Temproada is an historically stupid statement. I don’t think I need to say why. Hatzfeld doesn’t bring up colonization until page and then he refers to it as “over simplistic” if you did think it was an unmitigated factor.

Machete Season: The Killers in Rwanda Speak by Jean Hatzfeld

Maybe the Belgian author didn’t want to mention that the idea of ethnic identity cards did not arrive spontaneously into the minds of either tribe, that it was their Belgian colonizers who put the as Hatzfeld disturbingly to me refers to them again and again “slender” and “beautiful” Tutsis over tdmporada Hutus.

The setting up of one group over another group seems to be a common factor in the matter of people doing fucked up shit to each other. The slow dehumanization over a period of time so that people get used to it and won’t see it as wrong. Hatzfeld was busy shoehorning the Rwandan murders to fit next hatzfelx the sickness of the Nazi regime and bypasses Cambodia on the grounds that he is more familiar with the former. Revenge, as well as racism, played a large part in the Cambodian genocide.

Corruption under “leaders” set up under the French, and a memory that doesn’t let go of the most twisted resentment turned brutal. Like the Hutus, the Khmer Rouge didn’t have a plan beyond extermination. Today’s itinerary is blood. Hatzfled didn’t have to remember what it was like during the centuries the Tutsis reigned over them. They inherited the grudges.

To dismiss colonization boggled my mind a little. I would also say that the shooting down of the plane with the Hutu president was a catalyst. But what about the hundreds of Tutsis that the killers interviewed admitted drowning in rivers? The murders of jeean neighbors that they were getting away with before the summer of ? The Nazis did mschetes up to it.


The conclusion that I came to is it wasn’t a big deal to the killers because they thought they hemporada going to get away with. That is what the gang of Rwandan killers tell Hatzfeld himself.

They say this more than once and it is said by more than a few killers. They felt they were not going to be liable for their crimes with an authority of society. That was the missing ingredient in the pot. That is why so many went along with the Mxchetes, why men who had once lived aside Jews could kill them. These Rwandan men had been simple farmers. If you are going to write a book about the killers in an attempt to understand why they did what they did, why would you focus your attention machetea the victims Hatzfeld has a prior work about them?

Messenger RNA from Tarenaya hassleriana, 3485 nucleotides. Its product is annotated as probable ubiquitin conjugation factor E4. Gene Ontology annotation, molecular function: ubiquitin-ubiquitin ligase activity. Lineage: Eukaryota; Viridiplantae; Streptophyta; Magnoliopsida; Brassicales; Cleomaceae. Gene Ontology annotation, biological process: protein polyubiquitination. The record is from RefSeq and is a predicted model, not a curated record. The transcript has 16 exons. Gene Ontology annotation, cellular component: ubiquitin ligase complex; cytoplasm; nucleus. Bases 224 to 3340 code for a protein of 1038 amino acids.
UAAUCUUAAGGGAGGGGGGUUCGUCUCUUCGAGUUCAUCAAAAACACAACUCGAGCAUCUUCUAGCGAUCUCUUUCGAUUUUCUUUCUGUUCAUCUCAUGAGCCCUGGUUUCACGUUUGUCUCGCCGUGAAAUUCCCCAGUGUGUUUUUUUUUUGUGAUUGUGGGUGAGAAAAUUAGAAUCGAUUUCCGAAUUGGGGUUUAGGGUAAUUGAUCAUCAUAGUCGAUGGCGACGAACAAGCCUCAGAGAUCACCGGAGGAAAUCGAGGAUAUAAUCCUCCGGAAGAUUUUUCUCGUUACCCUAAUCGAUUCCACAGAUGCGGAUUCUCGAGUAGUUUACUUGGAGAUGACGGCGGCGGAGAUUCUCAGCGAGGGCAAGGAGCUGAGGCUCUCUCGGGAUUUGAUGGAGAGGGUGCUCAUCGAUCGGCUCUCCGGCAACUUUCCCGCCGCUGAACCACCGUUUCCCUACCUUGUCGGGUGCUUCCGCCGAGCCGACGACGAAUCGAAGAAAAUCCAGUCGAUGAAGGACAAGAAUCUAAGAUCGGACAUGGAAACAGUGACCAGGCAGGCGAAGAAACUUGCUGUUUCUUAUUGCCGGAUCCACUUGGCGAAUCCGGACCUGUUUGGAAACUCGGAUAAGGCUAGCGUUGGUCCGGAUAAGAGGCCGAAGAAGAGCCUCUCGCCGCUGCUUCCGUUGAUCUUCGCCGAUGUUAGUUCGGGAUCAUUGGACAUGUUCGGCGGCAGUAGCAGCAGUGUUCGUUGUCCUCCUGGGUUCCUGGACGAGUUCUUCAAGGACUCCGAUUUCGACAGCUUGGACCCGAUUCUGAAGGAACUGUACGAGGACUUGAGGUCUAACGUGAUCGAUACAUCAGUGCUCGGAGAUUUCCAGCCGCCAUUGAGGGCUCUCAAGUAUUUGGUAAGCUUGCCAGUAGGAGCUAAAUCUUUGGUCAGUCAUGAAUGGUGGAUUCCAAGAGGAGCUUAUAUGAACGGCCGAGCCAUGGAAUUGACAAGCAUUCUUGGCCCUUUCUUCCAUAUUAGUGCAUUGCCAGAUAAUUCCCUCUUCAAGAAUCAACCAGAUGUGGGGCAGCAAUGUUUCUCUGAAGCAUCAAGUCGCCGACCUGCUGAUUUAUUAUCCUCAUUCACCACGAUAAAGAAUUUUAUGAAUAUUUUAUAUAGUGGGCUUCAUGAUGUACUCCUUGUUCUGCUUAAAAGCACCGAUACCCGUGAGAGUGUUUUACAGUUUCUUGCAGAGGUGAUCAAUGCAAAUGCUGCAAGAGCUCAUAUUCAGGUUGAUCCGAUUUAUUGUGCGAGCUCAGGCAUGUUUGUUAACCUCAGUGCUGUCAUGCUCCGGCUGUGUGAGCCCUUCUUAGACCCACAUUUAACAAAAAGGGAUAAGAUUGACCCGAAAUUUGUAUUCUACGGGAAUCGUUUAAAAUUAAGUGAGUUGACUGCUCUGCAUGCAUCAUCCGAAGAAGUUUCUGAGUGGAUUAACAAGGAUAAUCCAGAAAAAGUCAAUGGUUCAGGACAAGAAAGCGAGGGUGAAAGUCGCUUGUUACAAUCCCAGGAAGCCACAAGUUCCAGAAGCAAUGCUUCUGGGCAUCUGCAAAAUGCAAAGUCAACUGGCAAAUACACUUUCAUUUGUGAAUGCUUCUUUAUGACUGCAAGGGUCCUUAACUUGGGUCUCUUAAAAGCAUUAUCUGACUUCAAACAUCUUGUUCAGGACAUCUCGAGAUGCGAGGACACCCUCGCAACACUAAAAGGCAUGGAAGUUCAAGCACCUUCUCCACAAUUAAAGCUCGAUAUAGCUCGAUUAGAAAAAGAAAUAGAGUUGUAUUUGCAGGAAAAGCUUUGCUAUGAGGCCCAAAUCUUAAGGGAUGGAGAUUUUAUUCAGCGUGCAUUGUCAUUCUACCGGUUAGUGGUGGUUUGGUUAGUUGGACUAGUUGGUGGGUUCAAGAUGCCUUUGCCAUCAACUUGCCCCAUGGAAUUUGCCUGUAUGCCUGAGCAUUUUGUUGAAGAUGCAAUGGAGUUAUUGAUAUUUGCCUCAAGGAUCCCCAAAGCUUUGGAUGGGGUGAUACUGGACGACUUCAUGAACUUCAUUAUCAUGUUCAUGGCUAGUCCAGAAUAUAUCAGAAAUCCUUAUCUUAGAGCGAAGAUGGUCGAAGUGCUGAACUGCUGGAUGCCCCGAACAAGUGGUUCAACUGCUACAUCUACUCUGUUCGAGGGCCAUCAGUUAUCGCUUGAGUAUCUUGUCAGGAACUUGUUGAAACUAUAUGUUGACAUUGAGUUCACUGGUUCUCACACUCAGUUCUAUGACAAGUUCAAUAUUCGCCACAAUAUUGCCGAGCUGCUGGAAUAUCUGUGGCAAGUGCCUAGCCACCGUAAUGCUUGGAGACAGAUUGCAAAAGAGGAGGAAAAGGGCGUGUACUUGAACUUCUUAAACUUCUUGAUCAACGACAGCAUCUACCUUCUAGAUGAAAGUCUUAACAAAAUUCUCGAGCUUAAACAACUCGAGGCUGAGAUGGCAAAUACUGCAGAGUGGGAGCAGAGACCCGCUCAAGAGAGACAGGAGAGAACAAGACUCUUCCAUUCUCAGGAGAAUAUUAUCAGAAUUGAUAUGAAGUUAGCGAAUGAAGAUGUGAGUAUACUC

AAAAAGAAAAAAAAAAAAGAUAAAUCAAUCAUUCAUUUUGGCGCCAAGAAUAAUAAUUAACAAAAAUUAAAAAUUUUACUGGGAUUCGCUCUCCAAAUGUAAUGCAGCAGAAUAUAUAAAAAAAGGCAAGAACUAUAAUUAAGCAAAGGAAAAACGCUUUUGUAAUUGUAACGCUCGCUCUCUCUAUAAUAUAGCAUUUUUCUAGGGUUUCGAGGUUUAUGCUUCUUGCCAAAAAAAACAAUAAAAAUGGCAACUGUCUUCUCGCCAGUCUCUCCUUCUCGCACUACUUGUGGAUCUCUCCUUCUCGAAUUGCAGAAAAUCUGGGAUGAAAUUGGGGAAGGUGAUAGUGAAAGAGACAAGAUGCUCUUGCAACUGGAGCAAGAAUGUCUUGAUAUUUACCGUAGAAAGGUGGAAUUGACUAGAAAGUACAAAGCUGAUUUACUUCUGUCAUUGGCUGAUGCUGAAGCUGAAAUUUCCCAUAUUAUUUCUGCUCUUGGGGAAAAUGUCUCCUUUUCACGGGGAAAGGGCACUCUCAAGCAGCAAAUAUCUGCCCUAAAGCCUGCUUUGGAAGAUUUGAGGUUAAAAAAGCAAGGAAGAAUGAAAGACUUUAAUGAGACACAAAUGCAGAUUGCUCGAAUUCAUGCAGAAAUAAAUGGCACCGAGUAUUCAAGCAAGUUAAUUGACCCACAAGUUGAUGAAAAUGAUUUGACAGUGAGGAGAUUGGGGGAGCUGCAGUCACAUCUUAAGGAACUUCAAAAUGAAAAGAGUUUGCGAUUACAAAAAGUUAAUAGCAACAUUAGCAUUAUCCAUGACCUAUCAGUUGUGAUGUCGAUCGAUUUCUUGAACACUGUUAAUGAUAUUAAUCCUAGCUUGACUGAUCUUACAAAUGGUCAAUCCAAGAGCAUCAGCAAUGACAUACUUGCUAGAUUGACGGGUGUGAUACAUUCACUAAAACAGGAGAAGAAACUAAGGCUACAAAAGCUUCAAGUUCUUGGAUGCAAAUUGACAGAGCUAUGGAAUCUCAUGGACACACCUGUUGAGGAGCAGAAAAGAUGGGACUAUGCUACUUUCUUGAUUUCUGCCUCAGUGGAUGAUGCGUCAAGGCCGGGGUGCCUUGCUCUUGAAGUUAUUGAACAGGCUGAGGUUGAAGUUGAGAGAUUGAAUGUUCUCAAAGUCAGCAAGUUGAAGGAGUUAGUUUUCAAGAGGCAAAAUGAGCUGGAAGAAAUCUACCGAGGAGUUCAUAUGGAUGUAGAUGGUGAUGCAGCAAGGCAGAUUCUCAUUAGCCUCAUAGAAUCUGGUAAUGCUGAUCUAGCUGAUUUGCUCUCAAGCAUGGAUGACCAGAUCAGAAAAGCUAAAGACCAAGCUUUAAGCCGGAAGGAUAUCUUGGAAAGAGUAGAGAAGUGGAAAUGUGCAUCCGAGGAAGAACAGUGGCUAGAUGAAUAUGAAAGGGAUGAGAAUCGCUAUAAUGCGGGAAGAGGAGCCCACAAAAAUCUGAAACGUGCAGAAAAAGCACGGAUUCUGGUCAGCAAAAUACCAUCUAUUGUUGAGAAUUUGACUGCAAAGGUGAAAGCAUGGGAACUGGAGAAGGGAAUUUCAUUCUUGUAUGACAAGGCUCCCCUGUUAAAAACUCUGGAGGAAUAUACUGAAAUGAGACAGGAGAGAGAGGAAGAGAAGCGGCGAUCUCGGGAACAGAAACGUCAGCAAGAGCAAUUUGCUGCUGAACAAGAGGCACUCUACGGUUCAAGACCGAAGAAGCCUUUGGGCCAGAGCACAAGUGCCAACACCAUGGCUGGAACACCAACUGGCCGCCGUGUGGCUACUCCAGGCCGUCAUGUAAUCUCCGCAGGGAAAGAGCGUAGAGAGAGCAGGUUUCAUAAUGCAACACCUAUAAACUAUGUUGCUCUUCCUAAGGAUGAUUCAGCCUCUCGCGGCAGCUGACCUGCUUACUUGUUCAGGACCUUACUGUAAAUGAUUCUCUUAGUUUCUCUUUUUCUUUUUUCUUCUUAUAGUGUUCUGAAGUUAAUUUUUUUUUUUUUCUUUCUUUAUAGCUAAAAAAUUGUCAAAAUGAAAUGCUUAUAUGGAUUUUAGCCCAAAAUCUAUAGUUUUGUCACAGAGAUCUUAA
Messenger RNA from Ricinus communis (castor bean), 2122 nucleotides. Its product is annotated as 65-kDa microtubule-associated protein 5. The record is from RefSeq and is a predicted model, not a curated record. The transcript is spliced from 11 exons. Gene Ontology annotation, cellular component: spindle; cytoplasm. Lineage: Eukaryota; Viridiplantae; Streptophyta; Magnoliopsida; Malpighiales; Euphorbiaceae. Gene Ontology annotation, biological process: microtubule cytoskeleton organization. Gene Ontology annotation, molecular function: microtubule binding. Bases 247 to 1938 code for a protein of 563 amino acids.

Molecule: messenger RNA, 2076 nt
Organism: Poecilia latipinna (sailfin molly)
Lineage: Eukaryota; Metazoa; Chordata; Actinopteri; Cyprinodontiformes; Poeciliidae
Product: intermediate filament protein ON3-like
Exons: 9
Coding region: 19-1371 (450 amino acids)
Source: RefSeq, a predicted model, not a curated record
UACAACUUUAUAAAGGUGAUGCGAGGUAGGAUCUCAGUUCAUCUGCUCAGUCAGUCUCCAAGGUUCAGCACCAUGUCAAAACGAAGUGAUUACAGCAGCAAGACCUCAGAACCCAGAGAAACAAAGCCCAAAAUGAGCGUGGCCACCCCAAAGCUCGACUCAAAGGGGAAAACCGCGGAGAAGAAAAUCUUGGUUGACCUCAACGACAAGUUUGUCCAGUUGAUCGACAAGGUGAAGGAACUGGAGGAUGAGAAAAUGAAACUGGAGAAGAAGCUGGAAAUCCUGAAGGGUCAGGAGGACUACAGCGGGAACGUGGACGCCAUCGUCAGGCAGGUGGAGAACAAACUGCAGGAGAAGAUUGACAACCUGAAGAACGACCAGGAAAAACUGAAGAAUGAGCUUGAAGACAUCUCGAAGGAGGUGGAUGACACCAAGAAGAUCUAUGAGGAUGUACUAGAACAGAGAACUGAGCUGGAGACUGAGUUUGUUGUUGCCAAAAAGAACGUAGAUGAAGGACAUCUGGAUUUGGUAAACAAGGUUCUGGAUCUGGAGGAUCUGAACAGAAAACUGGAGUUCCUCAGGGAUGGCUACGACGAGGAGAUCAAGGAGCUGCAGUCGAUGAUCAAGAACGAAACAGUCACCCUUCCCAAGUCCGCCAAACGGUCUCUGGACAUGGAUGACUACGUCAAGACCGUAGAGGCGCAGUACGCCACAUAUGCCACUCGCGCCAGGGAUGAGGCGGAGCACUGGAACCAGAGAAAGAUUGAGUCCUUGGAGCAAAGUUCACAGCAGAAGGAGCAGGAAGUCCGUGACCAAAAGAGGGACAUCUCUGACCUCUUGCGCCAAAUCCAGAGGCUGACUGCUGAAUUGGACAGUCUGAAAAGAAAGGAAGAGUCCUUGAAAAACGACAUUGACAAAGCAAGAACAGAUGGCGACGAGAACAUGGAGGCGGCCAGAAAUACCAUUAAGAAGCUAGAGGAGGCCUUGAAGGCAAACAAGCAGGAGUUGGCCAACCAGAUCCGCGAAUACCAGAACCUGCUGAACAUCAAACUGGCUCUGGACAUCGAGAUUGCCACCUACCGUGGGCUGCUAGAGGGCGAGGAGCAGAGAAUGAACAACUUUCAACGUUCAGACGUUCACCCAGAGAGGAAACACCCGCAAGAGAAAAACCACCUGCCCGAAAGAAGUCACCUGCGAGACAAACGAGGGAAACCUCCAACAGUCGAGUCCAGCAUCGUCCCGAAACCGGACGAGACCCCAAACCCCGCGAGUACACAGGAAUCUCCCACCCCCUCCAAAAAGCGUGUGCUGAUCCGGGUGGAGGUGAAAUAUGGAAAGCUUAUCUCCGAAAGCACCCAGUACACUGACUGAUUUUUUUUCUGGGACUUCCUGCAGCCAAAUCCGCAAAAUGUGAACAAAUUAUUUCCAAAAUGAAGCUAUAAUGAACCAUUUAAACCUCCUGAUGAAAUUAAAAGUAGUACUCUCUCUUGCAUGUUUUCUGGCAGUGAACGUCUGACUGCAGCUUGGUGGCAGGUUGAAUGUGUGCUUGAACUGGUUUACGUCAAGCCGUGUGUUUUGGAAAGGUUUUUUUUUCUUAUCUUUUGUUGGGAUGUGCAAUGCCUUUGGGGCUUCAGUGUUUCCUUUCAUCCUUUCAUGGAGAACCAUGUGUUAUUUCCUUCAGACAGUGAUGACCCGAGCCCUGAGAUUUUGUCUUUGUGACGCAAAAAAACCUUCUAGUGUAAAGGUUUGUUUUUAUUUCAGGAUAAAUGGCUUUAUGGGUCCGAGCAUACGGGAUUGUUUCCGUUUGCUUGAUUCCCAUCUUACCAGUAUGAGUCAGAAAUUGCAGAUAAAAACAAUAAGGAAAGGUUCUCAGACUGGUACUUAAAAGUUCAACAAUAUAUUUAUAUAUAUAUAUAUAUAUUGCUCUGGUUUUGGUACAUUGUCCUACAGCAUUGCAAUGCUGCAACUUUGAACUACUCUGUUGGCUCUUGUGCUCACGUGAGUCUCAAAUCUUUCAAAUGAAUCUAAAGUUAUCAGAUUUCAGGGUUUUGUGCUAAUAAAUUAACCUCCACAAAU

Setting up differences between the groups is wrong. I had a lot of “But what about? Hatzfeld talks a little about Christopher R. Amchetes book Ordinary Men somewhere in the last fifty pages if you haven’t read it I highly recommend that you do so about how simple Polish men could turn into killers and follow through with the executions of all of those people.

If any group could be turned on and wiped out then is it also true that anyone could turn into a killer? The similarities was in the killers. If they knew what would have happened afterwards that would have been a deterrent if “It is wrong to kill other human beings” was not. The key to the mystery arrives by chance when, without realizing it, I sometimes pass from the informal, singular “you” tu to the plural “you” vous.

Each time, as if by magic, the replies became precise, and I finally grasp the link between the cause and effect. Interviewing the men inside the prison of Rilima was an inspired choice.

Here Hatfeld knew what he was doing. The men in Browning’s book were hard to reach through the threat of imprisonment. Bypassing the fear of judgement is another matter. A feeling that I had throughout was for those other Rwandans suspected by the world for murder. Eyes on them regardless of their possible innocence. Some have been exonerated. Did they get a plaque of proof for this? Did the men who shot down the plane of the Hutu president and then fled to refugee camps in Uganda think about the outcome they were setting up a million people to endure?

Does anyone in a power play ever consider the casualities? Choosing the men from a group of friends was even more inspired. The group mentality for killing is also what allows them to feel protected. It wasn’t just me! His idea was that their insulated world of judgement within their own group would keep them honest. An inmate who denied responsibility would have to point the finger at the others. He would not be allowed into the shadows under their shoulders. All they had left of their old lives was this group.